4 Dec 2009
Progressive myopia is driven by the peripheral focus being slightly longer than fovea focus . The eyeball elongates to compensate , making the fovea focus myopic .
See important article in NewScientist of 7 Nov 2009 p49 "Generation Specs"
Progressive myopia .
Peripheral vision is the evolutionary driver . It is more important for the organism to have good peripheral focus than good central (fovea) focus . Sheer geometry dictates this . The peripheral vision covers a much larger area than the fovea . It is critical for the organism to notice any small change in this peripheral space . (ie predators) . Fine focus is thus more important in evolutionary terms for the peripheral vision .
While we normally think of the eyeball as static , it actually adapts in length to keep the peripheral vision in focus . This makes the central fovea part blurry . Myopia results . To make matters worse , corrective lenses tend to shift the peripheral focus back . The system then tries to compensate by lengthening the eyeball more . We get progressive myopia . You need stronger and stronger glasses .
Myopia and open-air .
A strong correlation was found between time spent outdoors and myopia .
The study was done on about 1200 Chinese children in Singapore and Australia .
Sydney children : 14 hr/week outdoors led to 3% myopia.
Singapore children : 3 hr/week outdoors led to 30% myopia
The critical factor seems to be time spent outdoors . It is theorized that light intensity (influencing dopamine production , which reduces eyeball–growth) and distance focusing and peripheral vision have the major effects . Excercise seemed to have very little effect .
From the above rather sparse data , a first approximation is
MyopiaRate = k / OutdoorRatePerWeekSunlight
Where k = 0.007857 +- 36%
Rather iffy data , but at least the error rate is below 38% (a critical Reserve Rate See http://andreswhy.blogspot.com "New Tools" )
This gives an optimal OutdoorRatePerWeek of about 19.88% .
About 17 hours of sunlight per week .
About 2.5 hours of visual exposure per day to sunlight will give you the best return on minimizing myopia . (for children , at least)
If dark glasses are used , they should ideally be darker towards the center and lighter to the periphery . The higher intensity light should be on the peripheral vision receptors .
Cheap and Nasty :
Dip your finger in a clear fat (preferably chickenfat) , but ghee or olive-oil will do . Trace three concentric circles around the center of the glass-lens .
The oily circle-lenses will sharpen focus on the peripheries .
A primitive Fresnel lens .
You can smudge the center of the lens slightly to reduce light intensity .
Note that long-term wearers of glasses always have oily finger-smudges around the rims . I used to think that this was laziness to clean , but now it seems it is an adaptive response to give better vision .Note that the whorls of fingerprints give micro-lens effects .In effect , miniature fresnel-lenses . Personalized , nogal .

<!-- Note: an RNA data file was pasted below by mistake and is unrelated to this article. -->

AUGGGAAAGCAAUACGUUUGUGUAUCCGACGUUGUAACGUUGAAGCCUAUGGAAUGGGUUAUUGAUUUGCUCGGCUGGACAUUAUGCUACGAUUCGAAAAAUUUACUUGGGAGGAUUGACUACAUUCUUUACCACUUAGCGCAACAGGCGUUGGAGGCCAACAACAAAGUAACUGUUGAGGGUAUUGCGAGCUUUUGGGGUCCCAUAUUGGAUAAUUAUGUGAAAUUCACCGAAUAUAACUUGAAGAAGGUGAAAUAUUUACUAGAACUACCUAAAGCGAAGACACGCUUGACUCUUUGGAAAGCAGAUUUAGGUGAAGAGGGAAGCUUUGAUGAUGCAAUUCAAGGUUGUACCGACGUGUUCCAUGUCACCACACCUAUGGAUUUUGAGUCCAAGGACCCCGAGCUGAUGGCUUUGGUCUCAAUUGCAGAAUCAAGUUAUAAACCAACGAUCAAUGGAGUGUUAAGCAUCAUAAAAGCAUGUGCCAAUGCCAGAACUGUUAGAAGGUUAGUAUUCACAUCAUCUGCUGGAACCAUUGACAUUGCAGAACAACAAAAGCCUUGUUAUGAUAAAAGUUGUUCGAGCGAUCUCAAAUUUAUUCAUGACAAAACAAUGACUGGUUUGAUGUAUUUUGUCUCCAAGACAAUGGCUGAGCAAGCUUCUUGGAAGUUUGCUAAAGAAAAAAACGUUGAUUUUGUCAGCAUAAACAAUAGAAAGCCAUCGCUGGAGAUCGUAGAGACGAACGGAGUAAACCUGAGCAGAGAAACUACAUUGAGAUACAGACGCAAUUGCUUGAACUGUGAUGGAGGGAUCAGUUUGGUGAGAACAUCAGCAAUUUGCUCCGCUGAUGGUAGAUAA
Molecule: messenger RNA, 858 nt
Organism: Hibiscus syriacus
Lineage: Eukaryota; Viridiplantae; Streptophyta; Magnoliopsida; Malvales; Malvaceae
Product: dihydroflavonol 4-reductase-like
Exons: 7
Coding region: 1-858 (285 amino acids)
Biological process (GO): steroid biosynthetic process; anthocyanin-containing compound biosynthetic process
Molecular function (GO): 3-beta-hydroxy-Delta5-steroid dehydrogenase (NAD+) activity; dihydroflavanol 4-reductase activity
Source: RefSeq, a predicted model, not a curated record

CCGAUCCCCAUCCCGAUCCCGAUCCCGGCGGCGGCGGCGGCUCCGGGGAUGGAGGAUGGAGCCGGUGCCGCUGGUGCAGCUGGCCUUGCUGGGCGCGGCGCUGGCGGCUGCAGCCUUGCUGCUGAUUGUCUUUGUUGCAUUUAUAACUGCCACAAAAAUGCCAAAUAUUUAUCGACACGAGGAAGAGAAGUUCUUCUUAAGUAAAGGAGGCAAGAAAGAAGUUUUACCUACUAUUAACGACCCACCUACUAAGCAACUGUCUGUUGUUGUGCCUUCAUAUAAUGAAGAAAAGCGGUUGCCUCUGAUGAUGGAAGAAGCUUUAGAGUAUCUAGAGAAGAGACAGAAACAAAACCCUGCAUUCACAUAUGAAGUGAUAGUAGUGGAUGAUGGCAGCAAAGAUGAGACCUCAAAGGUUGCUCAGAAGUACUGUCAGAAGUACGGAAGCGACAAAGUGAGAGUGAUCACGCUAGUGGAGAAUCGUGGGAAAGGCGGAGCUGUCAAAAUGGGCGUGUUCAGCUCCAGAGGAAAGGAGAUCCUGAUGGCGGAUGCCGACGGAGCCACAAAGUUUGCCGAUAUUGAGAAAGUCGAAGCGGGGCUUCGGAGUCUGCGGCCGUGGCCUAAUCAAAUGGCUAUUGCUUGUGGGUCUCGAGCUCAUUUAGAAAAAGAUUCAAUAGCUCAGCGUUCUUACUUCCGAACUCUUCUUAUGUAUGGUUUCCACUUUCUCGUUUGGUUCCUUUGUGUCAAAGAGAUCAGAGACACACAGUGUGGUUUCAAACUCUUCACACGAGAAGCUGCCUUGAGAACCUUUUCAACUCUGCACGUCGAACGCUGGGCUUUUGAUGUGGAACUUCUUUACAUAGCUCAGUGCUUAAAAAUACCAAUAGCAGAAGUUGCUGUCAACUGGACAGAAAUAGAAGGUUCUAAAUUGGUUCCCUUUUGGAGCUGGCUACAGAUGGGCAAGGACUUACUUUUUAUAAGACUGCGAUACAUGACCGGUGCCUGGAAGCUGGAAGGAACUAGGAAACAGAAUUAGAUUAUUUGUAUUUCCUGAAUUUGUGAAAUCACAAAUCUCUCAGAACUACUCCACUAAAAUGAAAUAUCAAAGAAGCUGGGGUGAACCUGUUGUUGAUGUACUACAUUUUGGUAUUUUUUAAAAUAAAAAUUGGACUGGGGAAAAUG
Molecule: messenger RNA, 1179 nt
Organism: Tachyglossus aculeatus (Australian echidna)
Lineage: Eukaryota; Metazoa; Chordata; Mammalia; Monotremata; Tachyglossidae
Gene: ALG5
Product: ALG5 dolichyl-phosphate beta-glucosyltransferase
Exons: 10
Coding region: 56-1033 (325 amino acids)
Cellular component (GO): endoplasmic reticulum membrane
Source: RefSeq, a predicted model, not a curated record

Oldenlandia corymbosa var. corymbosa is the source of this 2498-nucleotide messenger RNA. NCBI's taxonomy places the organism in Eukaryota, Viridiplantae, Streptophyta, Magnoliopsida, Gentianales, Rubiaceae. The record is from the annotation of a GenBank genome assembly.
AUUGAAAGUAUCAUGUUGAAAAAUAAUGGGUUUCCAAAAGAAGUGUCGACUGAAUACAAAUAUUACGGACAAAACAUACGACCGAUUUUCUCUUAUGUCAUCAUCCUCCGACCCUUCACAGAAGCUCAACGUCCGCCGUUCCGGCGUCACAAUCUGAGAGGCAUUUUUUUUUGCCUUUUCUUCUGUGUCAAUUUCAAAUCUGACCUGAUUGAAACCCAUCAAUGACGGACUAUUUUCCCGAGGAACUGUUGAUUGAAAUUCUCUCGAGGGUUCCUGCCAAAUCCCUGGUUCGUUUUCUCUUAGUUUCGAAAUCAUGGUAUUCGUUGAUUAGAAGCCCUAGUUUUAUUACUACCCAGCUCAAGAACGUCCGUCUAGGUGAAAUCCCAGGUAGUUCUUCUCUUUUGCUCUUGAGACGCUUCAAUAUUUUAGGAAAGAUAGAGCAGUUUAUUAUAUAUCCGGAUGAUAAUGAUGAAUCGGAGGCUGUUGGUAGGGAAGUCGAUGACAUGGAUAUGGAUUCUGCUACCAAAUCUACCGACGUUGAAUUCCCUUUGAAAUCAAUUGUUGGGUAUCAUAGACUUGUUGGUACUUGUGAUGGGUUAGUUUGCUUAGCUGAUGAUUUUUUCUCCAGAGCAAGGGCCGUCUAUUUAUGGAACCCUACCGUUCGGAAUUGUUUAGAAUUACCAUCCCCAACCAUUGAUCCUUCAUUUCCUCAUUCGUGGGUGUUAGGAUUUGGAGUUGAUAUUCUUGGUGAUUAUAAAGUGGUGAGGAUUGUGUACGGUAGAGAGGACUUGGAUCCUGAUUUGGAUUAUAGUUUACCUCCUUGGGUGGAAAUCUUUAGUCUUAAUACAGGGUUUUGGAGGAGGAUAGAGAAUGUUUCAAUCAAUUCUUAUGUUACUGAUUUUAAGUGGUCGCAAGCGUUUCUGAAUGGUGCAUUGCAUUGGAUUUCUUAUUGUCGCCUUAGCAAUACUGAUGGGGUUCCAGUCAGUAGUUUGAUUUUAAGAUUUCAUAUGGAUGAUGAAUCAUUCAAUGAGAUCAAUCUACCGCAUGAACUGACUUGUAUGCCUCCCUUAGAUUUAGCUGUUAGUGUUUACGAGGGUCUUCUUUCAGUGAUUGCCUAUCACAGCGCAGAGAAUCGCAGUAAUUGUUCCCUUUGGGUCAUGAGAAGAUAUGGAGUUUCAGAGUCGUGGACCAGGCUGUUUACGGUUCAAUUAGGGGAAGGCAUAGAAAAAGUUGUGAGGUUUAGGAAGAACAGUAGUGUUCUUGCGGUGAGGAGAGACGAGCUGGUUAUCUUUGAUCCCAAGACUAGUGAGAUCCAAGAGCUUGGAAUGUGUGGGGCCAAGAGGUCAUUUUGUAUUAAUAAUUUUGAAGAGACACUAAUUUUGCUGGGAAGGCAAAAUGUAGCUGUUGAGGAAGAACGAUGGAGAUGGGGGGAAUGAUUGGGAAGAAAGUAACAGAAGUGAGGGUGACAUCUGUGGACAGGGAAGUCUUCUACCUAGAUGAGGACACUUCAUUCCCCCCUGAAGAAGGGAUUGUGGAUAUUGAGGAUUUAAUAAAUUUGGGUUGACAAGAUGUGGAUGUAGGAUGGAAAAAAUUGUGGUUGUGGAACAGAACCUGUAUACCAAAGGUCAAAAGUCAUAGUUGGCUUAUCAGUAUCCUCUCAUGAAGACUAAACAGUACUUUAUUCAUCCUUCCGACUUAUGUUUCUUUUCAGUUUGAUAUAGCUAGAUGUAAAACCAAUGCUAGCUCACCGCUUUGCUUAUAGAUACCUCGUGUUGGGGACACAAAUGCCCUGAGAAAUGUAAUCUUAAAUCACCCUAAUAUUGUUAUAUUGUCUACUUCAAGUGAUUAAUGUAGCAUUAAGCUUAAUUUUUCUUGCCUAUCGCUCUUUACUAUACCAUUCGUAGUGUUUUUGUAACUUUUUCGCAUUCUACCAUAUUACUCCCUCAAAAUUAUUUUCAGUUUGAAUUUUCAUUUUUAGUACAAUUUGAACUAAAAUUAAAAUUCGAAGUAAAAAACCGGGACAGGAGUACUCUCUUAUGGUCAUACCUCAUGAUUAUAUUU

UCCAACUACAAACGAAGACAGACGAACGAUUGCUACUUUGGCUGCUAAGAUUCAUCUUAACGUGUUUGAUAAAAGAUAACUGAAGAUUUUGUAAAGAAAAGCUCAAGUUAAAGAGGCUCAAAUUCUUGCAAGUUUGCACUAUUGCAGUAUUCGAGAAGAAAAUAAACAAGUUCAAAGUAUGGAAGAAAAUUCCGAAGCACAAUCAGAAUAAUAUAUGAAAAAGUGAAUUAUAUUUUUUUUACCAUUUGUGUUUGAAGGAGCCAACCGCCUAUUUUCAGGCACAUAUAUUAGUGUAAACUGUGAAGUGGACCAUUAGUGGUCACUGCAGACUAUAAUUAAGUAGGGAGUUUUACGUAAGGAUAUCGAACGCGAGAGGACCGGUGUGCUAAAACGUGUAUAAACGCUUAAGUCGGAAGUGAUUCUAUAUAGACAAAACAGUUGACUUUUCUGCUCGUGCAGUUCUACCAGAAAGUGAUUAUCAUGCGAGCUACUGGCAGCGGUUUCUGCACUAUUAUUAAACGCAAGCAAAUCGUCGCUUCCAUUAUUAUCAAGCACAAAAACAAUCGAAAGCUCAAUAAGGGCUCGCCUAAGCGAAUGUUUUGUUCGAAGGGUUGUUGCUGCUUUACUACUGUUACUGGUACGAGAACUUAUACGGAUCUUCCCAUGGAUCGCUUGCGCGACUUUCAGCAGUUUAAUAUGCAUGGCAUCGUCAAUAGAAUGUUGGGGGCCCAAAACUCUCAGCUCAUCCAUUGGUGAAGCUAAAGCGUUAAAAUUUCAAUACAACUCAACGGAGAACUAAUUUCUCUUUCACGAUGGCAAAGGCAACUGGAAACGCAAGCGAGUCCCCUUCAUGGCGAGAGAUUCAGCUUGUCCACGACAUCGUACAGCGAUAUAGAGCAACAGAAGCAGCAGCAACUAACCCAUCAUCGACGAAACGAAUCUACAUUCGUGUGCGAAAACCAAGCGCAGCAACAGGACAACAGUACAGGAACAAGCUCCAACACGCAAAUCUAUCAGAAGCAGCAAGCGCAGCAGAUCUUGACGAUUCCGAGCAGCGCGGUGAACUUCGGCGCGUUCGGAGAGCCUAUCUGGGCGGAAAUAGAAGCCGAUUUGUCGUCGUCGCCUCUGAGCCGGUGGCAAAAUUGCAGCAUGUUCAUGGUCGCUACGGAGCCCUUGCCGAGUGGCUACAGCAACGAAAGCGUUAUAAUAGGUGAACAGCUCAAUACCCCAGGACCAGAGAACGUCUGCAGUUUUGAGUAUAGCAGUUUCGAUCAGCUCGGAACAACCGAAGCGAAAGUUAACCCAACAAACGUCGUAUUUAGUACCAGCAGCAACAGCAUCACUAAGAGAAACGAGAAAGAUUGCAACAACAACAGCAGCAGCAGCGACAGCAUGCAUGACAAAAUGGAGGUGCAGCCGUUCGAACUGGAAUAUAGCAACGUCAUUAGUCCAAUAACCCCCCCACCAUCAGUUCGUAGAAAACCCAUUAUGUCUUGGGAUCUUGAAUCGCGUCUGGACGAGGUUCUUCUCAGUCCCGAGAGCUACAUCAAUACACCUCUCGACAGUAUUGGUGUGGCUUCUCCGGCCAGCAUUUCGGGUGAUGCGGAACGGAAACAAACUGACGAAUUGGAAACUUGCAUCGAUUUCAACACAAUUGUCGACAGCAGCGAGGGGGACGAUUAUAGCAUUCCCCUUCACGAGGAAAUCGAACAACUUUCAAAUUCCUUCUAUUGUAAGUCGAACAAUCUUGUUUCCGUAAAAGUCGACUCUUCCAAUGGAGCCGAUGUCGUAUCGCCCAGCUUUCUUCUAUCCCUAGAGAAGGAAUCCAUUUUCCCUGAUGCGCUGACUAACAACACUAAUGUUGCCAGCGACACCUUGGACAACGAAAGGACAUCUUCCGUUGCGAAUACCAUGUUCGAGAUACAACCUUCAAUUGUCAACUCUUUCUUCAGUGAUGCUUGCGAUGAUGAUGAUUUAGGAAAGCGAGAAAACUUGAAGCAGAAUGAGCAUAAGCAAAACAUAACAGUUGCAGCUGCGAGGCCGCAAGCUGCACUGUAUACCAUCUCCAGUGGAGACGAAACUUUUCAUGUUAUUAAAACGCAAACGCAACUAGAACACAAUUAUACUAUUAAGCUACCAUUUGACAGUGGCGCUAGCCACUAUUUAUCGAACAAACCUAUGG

An interesting effect:
If the lenses are clear , the person perceives a dizziness as the head is moved side-to-side . If the edges are smudged , this effect disappears . (I have just tried it , and it works)
The Rim-effect .
This brings us to the boundary effect of the edges of glasses . This is a discontinuity . Neural-networks are not good at discontinuities , especially varying ones like moving your head rapidly while wearing small glasses .The peripheral vision and the central vision does not match up , and the sensorium battles to keep up .
Hence the effects of smudged glasses .
A delicious example of stochastic resonance . Increasing randomness increases the quality of information .
We artificially smooth the quality of information around the rim and then rely on hardwired stochastic resonance effects to build a fairly reliable picture in the sensorium .
An obvious application would be in bi- or tri-focal lenses . Smudge the interfaces . Not a phasing of lightspeed , but a randomization (ie smudging) of information around the interface of the lenses . If it is built in , the eye will soon not display the smudge in the sensorium . But the effect will last .
Reversing myopia .
The elongation of the eyeball is a response to an environmental stimulus and should be reversible . Special glasses refocusing the peripheral vision should do the trick .
This should be monitored , especially if a quick and dirty method like smudging is used . The glasses should stay smudged . Cleaning them occasionally will lead to glaucoma as the system gets confused as to whether the eyeball should contract or not.
Tubular lenses .
It has long bothered me that the top predator on the planet has such a seemingly inefficient optical system as blood veins in front of the of the optical receptors , like in the human retina .
But it is more efficient in the peripheral view areas . The slightly out-of–focus image is focused by the tubular fluid blood vessel , which is transparent . The resultant data is assembled and stripped of extraneous data (like red-blood corpuscles) , then the resulting composite is more accurate . Note that this relies heavily on off-site computation in the visual brain . Why humans can use it .
The percussion compression effect of a Click from the mouth travels through the upper-palate to the eyeballs . The pulse is from underneath , and slightly lengthens the eyeball . Myopic individuals can perceive a slight increase in clarity (I have done it) . I would estimate it at about 5% . Not much , but noticeable . The neural networks do notice . The trick is to enhance it into a training regimen . More anon .
I will have to strip it down and rewrite it . It worked fairly well to postpone myopia by about 10 years . But it was built on the supposition that the fovea was the driver . Since the peripheral vision systems seems to be the driver , a rethink is in order .
Here's looking at you .